¶12 When the evidence is viewed in the light most favorable to Fitz, there is a lack of medical causation evidence. Fitz relied upon the testimony of Dr. Harold Alexander, a biomedical engineering expert with degrees in aeronautical engineering and applied mechanics, and Dr. Robert Berry. Dr. Alexander provided a great deal of evidence regarding the design, creation, and application of various plates, screws, and other biomechanical devices which are manufactured for implantation in the human body. He testified that the Synthes screws implanted in Fitz's back were designed for the long bones in the arm or leg and are more likely to break when implanted in vertebrae than when implanted in the long bones. Dr. Alexander also testified that because the lower spine is a high stress area of the body, there is an increased chance of screw breakage, and that when someone has undergone spinal fusion surgery, the stress is concentrated in the area surrounding the implanted hardware. He testified about many other biomechanical matters relating to spinal implants, but the trial court would not allow him to testify about medical causation. Moreover, the court specifically precluded him from giving his opinion as to whether the Synthes screw breakage caused Fitz's spinal fusion to fail.
¶13 Dr. Berry testified that Fitz was healing satisfactorily before the Synthes screws broke, and that prior to the screw breakage he believed the fusion would be a success. Dr. Berry stated that once he discovered that the screws had broken, he believed that fusion would not likely be achieved. Fitz relies on this testimony to support his assertion that the broken Synthes screws caused Fitz's fusion to fail, necessitating the third surgery. However, on the issue of causation, Dr. Berry stated that a failed fusion is typically the cause of screw breakage and that broken screws do not cause a failed fusion.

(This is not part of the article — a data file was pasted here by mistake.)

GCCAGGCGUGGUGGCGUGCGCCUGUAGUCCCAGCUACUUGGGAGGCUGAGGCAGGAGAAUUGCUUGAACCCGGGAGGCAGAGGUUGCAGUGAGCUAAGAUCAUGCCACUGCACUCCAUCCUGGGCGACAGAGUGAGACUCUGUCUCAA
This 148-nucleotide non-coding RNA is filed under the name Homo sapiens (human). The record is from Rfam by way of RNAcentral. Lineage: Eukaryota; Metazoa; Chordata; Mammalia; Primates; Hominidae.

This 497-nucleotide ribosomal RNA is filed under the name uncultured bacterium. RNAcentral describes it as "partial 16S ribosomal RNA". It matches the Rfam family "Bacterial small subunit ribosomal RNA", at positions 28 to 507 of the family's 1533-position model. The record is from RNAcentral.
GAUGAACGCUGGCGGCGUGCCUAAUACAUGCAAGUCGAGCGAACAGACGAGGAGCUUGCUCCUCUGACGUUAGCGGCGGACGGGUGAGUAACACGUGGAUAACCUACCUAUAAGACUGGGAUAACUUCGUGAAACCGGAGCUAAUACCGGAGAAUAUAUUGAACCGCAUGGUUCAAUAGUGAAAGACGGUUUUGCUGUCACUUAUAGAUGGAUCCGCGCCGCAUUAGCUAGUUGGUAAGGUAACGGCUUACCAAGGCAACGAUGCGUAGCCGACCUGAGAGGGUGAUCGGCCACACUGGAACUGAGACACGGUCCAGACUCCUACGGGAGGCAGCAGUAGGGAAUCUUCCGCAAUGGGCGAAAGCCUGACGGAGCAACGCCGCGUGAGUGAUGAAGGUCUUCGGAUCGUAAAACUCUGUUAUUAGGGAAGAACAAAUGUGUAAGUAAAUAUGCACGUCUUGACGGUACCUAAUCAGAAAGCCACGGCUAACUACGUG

¶14 The only evidence of medical causation Fitz presented came from a letter written to him by Dr. John D. Schlegel, the orthopedic surgeon who performed Fitz's third surgery.(2) Dr. Schlegel suffered a brain aneurysm prior to trial and was unable to testify. However, taken in context, the relevant portion of his letter reads: As you know, you had two operations by Dr. Robert Berry. Dr. Berry did a disc clean-out on the first operation. The second operation, apparently by the report I saw, found some slippage of the vertebrae. Because of that, he performed a fusion and used the [Synthes hardware]. As you know, the screws broke and that necessitated the third operation. While the letter does seem to address medical causation, standing alone it is insufficient to establish that the screw breakage caused the lack of fusion. Without more, the letter could be interpreted as meaning that the screws broke, preventing fusion from occurring, and the third surgery became necessary. However, it could also be read to mean fusion did not occur, which caused the screws to break, necessitating the third surgery.